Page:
US troops fired warning shots Monday as they struggled to manage a chaotic evacuation from Afghanistan hours after the Taliban swept into the capital of Kabul — with five people reportedly killed at the airport amid the pandemonium to flee the war-torn country.
Hours earlier, the insurgents toppled the Western-backed government after a lightning offensive in which they captured one provincial capital after another before entering Kabul.
President Ashraf Ghani fled the country, bringing a stunning end to a two-decade campaign in which the US and its allies had tried to transform Afghanistan, whose security forces collapsed even before the withdrawal of the last American troops.
Thousands of Afghans fearing a return to Taliban rule have been desperately trying to flee the country through Kabul’s international airport, where five people were killed Monday, witnesses told Reuters.
Dramatic footage circulating on social media showed hundreds of people racing across the tarmac as US troops fired warning shots in the air. Another showed a throng pushing and shoving its way up a staircase, trying to board a plane, with some people hanging off railings.
It was not immediately clear how the people died. A US official said troops had fired in the air to deter people trying to force their way onto a military flight that was set to evacuate American diplomats out of the fallen city, according to Reuters.
One witness who was waiting for a flight out for more than 20 hours said it was unclear if the five had been shot or killed in a stampede.
Three bodies could be seen on the ground near what appeared to be an airport side entrance, in video posted on social media, according to Reuters, which said it could not verify the footage. Another witness told the news service that he had also seen five bodies.
Massouma Tajik, a 22-year-old data analyst, who was hoping to board a flight, said she heard shots from outside, where a crowd of men and women were trying to climb aboard a plane.
She said American troops sprayed gas and fired into the air to disperse the crowds after people scaled the walls and swarmed onto the tarmac. Gunfire could be heard in the voice messages she sent to The Associated Press.
By morning morning, Afghanistan’s Civil Aviation Authority issued an advisory saying the “civilian side” of the airport had been “closed until further notice” and that the military controlled the airspace.
Taliban spokesperson Suhail Shaheen said the fighters were under strict orders not to harm anyone.
“Life, property and honor of none shall be harmed but must be protected by the mujahideen,” he said in a message on Twitter.
The Taliban also have said they would stay out of the diplomatic quarter housing the US Embassy complex and the posh villas of US-allied former warlords who have fled the country or gone into hiding.
Taliban officials said they had received no reports of any clashes anywhere in the country.
“The situation is peaceful,” one said, adding that the Taliban controlled 90 percent of state buildings and that the fighters had been told to prevent any damage.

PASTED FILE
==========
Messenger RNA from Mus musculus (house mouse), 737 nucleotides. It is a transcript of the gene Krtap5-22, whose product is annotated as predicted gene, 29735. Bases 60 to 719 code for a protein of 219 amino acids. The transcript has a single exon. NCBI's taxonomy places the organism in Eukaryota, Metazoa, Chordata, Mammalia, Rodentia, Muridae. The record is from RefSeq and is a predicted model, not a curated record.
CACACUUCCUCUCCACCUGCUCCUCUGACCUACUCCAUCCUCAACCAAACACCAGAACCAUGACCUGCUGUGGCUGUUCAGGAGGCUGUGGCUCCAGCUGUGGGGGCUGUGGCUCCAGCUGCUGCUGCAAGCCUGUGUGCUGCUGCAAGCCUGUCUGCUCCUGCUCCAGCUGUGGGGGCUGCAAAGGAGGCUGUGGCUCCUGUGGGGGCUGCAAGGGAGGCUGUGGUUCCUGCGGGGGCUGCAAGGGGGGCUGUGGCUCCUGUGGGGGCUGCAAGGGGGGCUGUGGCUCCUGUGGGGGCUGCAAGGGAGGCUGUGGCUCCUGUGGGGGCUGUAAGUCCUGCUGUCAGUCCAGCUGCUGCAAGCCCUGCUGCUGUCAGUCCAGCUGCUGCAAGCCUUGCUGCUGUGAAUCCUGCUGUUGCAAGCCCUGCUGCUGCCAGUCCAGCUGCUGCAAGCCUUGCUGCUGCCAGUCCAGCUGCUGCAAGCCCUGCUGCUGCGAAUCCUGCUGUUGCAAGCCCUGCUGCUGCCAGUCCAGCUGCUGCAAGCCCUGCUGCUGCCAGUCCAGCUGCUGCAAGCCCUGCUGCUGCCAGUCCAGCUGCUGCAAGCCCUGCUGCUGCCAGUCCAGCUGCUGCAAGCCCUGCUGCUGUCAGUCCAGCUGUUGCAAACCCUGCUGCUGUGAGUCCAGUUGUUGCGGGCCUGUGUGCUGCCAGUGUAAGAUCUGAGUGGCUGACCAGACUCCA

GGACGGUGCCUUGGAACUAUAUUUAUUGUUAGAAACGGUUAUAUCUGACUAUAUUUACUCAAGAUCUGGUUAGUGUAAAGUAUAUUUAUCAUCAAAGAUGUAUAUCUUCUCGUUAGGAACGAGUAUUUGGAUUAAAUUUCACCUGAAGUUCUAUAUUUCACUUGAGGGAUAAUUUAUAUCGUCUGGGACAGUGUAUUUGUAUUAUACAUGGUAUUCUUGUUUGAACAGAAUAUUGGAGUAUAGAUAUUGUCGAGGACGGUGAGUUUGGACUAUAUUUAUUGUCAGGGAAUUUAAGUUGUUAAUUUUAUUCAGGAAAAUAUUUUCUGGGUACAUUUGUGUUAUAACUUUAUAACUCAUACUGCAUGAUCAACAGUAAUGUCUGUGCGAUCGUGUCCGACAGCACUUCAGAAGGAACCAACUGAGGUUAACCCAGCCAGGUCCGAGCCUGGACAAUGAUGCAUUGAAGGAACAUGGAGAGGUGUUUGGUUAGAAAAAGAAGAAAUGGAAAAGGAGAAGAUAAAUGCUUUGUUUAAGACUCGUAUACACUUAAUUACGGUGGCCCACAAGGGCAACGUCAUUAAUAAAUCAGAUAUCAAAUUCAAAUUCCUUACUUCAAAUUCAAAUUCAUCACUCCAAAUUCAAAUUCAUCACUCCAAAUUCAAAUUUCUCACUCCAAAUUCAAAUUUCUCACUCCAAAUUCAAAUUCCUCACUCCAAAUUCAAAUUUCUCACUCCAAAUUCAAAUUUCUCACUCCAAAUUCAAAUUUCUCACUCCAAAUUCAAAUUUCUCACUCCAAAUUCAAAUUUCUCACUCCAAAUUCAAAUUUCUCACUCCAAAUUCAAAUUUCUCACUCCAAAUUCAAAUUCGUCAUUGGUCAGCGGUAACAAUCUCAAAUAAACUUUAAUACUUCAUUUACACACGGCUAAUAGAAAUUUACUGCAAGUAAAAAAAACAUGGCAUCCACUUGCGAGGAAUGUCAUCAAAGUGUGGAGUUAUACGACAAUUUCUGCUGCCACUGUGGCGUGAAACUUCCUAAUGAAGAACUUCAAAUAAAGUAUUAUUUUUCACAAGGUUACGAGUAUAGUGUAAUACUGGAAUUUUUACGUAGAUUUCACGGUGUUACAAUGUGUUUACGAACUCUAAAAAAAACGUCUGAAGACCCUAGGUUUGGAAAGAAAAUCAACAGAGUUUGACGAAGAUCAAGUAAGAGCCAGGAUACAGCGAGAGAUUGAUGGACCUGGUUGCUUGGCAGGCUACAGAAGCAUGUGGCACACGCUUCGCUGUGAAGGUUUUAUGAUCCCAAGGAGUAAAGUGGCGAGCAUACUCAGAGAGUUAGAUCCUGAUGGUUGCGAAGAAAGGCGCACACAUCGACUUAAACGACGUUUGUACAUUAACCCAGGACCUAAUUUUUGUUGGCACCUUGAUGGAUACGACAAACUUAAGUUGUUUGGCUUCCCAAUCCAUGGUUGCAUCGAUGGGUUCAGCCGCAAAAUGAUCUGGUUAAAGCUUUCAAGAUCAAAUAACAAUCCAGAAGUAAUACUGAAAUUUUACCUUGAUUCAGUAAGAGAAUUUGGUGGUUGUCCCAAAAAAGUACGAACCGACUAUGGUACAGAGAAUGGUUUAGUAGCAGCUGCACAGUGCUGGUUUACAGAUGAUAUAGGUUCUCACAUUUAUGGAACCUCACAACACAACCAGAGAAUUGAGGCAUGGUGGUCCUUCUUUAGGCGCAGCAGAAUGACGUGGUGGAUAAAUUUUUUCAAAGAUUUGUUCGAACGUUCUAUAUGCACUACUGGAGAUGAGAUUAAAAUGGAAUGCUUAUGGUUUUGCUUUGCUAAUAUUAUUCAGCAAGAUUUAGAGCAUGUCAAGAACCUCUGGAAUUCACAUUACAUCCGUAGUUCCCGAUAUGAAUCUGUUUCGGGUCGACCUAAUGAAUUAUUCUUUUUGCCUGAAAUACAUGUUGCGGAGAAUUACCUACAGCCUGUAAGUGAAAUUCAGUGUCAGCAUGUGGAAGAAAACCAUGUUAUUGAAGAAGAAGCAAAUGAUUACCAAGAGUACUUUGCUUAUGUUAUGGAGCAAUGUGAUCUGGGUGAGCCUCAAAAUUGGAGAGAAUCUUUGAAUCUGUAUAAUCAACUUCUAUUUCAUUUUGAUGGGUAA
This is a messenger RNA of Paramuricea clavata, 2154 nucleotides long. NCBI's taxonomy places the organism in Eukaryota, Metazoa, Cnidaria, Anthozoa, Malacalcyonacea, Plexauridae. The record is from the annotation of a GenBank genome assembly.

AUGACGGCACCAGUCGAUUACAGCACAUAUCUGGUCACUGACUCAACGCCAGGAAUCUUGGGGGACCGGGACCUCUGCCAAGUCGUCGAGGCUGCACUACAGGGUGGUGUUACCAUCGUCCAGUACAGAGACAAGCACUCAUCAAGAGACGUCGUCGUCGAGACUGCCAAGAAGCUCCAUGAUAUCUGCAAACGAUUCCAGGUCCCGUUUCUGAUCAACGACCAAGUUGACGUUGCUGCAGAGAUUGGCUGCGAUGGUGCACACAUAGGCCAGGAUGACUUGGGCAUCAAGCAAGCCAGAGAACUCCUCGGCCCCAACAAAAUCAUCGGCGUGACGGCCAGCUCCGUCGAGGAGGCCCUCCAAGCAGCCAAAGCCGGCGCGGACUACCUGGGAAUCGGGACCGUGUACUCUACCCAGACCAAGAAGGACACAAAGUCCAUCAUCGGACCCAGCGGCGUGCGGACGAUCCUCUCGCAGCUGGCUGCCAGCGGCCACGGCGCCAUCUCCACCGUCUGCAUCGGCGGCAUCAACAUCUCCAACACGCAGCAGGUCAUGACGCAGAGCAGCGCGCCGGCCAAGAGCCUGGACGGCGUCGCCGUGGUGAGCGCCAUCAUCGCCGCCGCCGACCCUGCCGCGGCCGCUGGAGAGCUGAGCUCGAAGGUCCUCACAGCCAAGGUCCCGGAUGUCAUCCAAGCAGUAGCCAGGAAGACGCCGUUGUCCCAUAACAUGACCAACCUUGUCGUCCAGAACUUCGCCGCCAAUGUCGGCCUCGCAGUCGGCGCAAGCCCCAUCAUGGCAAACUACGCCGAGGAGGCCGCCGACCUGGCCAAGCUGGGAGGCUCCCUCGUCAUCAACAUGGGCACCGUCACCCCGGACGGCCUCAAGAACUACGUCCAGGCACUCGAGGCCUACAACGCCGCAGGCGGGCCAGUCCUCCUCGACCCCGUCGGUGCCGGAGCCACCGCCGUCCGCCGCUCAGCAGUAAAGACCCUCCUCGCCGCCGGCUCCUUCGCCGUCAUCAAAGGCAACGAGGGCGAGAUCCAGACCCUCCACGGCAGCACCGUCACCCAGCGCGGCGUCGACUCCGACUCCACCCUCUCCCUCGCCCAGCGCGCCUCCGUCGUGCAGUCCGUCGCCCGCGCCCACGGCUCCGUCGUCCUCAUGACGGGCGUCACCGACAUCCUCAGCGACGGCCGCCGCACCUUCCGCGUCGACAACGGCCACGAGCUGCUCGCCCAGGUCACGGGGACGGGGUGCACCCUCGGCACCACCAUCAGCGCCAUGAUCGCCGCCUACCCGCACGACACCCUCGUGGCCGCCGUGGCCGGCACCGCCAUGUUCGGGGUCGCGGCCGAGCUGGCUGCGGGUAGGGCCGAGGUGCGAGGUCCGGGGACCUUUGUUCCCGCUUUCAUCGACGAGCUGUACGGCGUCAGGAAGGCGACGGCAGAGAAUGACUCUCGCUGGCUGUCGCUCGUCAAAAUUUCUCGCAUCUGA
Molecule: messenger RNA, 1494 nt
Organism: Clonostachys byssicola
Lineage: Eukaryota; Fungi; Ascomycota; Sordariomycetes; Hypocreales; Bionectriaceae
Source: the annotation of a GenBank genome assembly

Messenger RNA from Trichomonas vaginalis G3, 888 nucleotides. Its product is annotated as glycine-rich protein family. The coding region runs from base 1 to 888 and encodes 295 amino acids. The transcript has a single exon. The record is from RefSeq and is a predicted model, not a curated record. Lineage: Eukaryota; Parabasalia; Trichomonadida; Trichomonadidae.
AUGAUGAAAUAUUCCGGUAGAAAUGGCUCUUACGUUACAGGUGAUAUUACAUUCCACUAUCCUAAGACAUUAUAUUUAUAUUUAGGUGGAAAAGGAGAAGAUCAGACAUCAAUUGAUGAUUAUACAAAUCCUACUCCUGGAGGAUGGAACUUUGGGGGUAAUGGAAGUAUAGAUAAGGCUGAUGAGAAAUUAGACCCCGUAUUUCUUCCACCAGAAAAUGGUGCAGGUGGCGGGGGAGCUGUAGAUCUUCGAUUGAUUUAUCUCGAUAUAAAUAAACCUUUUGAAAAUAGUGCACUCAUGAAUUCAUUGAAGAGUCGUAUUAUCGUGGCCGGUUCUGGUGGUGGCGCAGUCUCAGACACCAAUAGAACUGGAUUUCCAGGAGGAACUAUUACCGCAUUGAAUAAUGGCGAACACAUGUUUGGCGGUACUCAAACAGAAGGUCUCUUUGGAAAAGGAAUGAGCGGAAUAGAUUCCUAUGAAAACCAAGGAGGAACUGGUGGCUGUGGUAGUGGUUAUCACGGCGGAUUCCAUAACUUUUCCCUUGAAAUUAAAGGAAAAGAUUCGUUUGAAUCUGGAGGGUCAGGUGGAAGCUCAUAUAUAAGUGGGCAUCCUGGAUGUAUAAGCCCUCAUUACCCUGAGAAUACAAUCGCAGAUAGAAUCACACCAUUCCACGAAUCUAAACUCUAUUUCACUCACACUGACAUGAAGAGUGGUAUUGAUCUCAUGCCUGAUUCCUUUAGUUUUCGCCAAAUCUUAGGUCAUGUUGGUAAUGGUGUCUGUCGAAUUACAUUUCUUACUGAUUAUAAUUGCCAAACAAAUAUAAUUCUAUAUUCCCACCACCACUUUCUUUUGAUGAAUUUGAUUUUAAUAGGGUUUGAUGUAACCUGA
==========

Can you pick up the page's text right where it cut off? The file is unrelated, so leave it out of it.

Central Kabul streets were largely deserted early Monday as waking residents pondered their future.
“I’m in a complete state of shock,” Sherzad Karim Stanekzai, who spent the night in his carpet shop to guard it, told Reuters. “I know there will be no foreigners, no international people who will now come to Kabul.”
A State Department spokesperson said early Monday that all US Embassy personnel, including Ambassador Ross Wilson, had been transferred to Kabul airport, mostly by helicopter, to await evacuation.
Western nations, including France, Germany and New Zealand, said they were working to get citizens as well as some Afghan employees out.
Ghani said on Facebook that he had left the country to avoid clashes with the Taliban that would endanger millions of Kabul residents. Some social media users described Ghani, who did not disclose his location, a coward for abandoning them.
In the capital, a tense calm set in, with most people hiding in their homes as the Taliban deployed fighters at major intersections and began collecting weapons from civilians.
“We understand people kept weapons for personal safety. They can now feel safe. We are not here to harm innocent civilians,” a Taliban official told Reuters.
Kabul resident Salad Moleskin, director of the MOBY group media company, said on Twitter that Taliban fighters had come to his company to inquire about the weapons kept by his security team, the outlet reported.
There were scattered reports of looting and armed men knocking on doors and gates, and there was less traffic than usual on eerily quiet streets as fighters could be seen searching vehicles at one of the city’s main squares.
Many fear chaos, after the Taliban freed thousands of prisoners and the police simply melted away, or a return to the kind of brutal rule the Taliban imposed when it was last in power.
Wahidullah Qadiri, another city resident, said he hoped for peace after decades of war that have claimed the lives of two of his brothers and a cousin.
“We haven’t seen anything but catastrophes and fighting, so we always live with hope for a long-lasting peace,” he said.
With Post wires